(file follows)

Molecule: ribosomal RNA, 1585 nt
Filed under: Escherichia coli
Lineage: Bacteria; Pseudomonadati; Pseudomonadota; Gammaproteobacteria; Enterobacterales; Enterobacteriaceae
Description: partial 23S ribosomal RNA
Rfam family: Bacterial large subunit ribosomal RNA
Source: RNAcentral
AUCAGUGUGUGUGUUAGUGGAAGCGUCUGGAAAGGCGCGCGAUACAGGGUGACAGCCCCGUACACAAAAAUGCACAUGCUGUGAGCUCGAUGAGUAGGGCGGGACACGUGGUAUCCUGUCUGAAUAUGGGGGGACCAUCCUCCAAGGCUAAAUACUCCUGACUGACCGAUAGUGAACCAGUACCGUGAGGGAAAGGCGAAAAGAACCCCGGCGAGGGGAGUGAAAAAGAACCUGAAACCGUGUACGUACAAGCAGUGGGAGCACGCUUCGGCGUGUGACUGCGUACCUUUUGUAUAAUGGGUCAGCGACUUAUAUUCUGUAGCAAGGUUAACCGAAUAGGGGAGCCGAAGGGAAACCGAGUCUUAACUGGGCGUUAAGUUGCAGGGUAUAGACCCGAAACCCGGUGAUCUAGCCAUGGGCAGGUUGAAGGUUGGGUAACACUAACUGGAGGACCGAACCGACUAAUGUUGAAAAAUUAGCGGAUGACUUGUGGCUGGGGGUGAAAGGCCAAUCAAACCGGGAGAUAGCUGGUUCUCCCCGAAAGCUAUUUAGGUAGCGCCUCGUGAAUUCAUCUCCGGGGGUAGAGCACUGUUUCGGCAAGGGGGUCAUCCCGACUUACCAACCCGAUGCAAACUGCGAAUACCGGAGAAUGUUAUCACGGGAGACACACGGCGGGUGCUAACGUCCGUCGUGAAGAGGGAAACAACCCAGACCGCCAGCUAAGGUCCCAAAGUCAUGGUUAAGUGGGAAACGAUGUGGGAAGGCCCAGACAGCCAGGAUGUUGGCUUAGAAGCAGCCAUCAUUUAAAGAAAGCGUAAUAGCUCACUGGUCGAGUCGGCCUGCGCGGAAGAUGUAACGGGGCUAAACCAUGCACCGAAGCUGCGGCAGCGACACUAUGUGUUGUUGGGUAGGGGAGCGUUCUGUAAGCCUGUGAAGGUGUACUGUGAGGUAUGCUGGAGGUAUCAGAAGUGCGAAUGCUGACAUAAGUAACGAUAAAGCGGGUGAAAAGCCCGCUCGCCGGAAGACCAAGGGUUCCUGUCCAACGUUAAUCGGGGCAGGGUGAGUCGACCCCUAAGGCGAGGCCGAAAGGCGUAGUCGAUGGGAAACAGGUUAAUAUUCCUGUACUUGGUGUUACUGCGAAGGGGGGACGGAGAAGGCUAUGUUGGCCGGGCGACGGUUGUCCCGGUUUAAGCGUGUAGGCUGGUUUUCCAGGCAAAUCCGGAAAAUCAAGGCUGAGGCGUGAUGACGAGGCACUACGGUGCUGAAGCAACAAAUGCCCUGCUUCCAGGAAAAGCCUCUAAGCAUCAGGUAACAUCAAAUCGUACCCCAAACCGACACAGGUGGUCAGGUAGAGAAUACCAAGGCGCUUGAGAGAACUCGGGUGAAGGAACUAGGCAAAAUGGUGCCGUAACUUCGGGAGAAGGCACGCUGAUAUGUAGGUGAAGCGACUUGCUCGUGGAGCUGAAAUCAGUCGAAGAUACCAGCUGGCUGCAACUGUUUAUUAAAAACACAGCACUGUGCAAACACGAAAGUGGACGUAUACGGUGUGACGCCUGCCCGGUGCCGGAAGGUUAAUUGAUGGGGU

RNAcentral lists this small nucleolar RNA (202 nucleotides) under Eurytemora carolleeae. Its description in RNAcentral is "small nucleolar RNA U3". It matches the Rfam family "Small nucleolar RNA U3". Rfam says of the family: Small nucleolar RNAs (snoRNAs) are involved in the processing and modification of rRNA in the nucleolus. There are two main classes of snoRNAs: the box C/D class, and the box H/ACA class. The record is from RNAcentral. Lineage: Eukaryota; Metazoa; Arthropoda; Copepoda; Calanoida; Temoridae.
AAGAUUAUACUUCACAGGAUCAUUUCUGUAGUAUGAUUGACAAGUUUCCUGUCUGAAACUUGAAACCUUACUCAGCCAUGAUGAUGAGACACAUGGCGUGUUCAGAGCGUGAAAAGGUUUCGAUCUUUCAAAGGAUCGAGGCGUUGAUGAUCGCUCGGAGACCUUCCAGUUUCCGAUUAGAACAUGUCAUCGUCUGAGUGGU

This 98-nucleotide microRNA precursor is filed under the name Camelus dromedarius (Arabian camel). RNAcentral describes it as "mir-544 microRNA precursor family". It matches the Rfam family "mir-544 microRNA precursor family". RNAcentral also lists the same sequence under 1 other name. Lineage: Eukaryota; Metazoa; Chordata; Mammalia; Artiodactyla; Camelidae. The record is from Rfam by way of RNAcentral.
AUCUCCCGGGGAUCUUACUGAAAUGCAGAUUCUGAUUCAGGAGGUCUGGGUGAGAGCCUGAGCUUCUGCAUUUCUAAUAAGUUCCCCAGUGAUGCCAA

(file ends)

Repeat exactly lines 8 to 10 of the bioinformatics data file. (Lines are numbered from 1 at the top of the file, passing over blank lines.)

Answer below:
RNAcentral lists this small nucleolar RNA (202 nucleotides) under Eurytemora carolleeae. Its description in RNAcentral is "small nucleolar RNA U3". It matches the Rfam family "Small nucleolar RNA U3". Rfam says of the family: Small nucleolar RNAs (snoRNAs) are involved in the processing and modification of rRNA in the nucleolus. There are two main classes of snoRNAs: the box C/D class, and the box H/ACA class. The record is from RNAcentral. Lineage: Eukaryota; Metazoa; Arthropoda; Copepoda; Calanoida; Temoridae.
AAGAUUAUACUUCACAGGAUCAUUUCUGUAGUAUGAUUGACAAGUUUCCUGUCUGAAACUUGAAACCUUACUCAGCCAUGAUGAUGAGACACAUGGCGUGUUCAGAGCGUGAAAAGGUUUCGAUCUUUCAAAGGAUCGAGGCGUUGAUGAUCGCUCGGAGACCUUCCAGUUUCCGAUUAGAACAUGUCAUCGUCUGAGUGGU

This 98-nucleotide microRNA precursor is filed under the name Camelus dromedarius (Arabian camel). RNAcentral describes it as "mir-544 microRNA precursor family". It matches the Rfam family "mir-544 microRNA precursor family". RNAcentral also lists the same sequence under 1 other name. Lineage: Eukaryota; Metazoa; Chordata; Mammalia; Artiodactyla; Camelidae. The record is from Rfam by way of RNAcentral.